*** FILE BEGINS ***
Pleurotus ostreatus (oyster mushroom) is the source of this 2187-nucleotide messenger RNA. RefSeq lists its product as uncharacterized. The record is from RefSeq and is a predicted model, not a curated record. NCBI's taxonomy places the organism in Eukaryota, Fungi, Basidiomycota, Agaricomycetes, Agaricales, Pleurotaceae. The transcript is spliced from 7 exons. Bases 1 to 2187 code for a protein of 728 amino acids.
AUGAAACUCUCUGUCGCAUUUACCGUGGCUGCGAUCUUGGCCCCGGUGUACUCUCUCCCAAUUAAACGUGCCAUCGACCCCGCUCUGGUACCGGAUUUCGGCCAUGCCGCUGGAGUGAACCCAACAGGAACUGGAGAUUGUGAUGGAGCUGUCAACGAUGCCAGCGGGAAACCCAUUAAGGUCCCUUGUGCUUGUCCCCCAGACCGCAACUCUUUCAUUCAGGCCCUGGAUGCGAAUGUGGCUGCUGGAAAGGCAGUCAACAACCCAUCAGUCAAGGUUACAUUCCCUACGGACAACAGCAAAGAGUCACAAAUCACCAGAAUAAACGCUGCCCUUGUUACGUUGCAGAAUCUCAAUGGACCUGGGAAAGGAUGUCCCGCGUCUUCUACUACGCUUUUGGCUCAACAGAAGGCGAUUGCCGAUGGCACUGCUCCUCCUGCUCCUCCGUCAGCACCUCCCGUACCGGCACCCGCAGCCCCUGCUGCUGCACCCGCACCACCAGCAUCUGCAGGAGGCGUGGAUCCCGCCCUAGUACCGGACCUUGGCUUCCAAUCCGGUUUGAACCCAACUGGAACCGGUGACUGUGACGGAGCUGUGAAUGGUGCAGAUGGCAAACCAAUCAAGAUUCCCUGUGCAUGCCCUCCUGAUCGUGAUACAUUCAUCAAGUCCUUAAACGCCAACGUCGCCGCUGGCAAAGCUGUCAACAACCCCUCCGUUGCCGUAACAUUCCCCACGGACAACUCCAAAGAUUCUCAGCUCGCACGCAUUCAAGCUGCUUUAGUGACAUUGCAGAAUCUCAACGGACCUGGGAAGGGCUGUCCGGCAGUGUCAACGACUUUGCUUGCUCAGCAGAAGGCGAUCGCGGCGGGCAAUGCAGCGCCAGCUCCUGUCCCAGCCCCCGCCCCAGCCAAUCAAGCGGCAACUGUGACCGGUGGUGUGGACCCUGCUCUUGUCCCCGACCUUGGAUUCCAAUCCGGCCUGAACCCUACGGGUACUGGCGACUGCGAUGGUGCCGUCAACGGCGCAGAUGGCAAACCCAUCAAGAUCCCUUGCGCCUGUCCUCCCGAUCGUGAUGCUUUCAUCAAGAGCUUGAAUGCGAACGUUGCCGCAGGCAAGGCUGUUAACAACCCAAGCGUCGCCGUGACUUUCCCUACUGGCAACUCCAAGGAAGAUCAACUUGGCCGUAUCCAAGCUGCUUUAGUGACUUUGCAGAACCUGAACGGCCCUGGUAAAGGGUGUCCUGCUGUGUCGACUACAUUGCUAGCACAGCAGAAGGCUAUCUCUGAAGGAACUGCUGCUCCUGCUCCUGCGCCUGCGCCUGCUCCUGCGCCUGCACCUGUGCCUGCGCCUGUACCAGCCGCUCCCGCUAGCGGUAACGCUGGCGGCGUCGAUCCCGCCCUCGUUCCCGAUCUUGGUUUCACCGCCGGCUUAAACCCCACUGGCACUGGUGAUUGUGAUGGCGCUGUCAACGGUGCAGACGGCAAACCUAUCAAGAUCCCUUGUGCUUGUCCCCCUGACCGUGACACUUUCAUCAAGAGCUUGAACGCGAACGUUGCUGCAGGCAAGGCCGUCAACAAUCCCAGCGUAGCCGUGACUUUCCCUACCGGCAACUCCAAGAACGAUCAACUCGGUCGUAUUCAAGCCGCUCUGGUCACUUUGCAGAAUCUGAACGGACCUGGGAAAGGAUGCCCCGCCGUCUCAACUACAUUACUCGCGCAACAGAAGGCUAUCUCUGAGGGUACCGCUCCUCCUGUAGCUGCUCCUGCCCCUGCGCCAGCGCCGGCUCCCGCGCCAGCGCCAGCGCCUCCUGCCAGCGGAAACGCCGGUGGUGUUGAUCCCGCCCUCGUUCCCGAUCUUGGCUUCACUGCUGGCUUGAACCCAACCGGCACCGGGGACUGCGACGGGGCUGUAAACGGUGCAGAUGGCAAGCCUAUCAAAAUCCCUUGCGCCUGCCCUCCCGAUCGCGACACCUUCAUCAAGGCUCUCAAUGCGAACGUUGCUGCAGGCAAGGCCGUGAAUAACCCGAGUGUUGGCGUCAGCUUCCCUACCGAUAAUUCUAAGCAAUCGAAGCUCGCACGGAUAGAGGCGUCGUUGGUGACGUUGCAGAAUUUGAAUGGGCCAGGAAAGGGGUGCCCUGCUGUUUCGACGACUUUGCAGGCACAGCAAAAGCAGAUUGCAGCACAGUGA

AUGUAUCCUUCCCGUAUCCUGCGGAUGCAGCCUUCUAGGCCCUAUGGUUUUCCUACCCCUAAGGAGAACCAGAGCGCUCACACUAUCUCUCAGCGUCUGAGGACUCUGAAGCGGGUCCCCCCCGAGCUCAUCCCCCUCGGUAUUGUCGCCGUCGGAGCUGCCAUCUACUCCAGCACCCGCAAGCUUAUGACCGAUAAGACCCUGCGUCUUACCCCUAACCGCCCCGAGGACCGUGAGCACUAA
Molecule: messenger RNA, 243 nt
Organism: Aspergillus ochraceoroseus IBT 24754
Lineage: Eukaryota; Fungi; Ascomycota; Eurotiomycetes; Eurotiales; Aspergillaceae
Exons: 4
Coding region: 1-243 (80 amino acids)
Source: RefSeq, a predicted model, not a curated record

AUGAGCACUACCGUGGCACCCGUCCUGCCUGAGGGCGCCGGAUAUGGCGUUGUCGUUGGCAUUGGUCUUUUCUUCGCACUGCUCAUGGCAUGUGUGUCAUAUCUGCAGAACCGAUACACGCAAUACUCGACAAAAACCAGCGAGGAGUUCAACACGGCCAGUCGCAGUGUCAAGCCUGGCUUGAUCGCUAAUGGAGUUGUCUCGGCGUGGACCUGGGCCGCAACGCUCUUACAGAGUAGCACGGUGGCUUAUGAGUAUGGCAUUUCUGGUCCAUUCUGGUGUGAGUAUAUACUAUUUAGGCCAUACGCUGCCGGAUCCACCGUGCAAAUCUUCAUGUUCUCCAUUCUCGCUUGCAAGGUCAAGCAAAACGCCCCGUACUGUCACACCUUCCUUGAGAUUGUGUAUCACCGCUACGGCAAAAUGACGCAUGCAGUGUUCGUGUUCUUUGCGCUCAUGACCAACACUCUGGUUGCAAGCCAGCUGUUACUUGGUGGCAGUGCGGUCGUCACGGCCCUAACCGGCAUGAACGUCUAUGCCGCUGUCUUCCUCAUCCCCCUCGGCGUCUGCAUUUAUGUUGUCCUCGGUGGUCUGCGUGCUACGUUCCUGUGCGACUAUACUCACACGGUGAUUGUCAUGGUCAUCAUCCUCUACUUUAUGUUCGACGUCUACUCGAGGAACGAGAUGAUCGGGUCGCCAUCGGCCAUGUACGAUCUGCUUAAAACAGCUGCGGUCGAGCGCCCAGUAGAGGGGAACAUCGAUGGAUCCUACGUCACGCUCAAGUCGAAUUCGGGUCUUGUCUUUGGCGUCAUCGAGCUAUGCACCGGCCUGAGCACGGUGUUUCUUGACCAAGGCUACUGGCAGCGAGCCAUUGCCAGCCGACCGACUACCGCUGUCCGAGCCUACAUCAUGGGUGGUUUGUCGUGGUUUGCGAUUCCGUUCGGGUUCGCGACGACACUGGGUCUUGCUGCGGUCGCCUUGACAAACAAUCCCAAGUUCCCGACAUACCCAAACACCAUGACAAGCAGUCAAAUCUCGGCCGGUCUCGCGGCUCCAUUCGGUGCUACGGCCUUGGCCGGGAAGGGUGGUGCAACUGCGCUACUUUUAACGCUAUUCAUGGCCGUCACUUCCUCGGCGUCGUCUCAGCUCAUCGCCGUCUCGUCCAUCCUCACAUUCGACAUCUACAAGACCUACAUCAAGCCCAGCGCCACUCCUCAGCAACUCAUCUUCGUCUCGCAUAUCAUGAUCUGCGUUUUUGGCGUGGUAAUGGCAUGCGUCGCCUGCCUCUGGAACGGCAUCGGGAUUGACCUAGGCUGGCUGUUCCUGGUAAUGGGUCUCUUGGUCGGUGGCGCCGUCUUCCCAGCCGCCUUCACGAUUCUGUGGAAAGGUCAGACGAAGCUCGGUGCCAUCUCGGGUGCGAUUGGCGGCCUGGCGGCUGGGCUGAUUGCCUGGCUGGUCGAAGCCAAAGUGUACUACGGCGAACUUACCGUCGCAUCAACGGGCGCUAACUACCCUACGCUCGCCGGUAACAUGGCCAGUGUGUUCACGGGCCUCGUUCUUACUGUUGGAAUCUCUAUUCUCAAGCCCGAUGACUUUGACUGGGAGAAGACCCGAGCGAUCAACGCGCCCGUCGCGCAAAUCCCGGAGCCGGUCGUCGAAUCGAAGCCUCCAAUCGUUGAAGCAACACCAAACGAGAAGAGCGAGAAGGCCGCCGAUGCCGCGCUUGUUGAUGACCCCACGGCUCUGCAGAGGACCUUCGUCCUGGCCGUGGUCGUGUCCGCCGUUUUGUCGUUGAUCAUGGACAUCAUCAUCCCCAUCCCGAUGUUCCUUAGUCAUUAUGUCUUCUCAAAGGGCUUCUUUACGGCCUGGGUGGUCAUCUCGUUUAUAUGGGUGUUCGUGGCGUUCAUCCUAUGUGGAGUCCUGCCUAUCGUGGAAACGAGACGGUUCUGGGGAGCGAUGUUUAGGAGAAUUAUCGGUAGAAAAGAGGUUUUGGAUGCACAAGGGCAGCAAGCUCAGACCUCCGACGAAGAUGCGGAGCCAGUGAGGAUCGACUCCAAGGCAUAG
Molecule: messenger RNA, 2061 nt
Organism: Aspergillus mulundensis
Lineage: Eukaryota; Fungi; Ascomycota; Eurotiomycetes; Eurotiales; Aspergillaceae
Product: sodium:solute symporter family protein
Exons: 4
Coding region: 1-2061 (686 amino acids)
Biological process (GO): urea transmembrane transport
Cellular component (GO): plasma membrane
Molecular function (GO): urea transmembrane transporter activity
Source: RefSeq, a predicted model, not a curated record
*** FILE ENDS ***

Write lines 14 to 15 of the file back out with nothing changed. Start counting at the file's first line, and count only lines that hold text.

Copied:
Product: sodium:solute symporter family protein
Exons: 4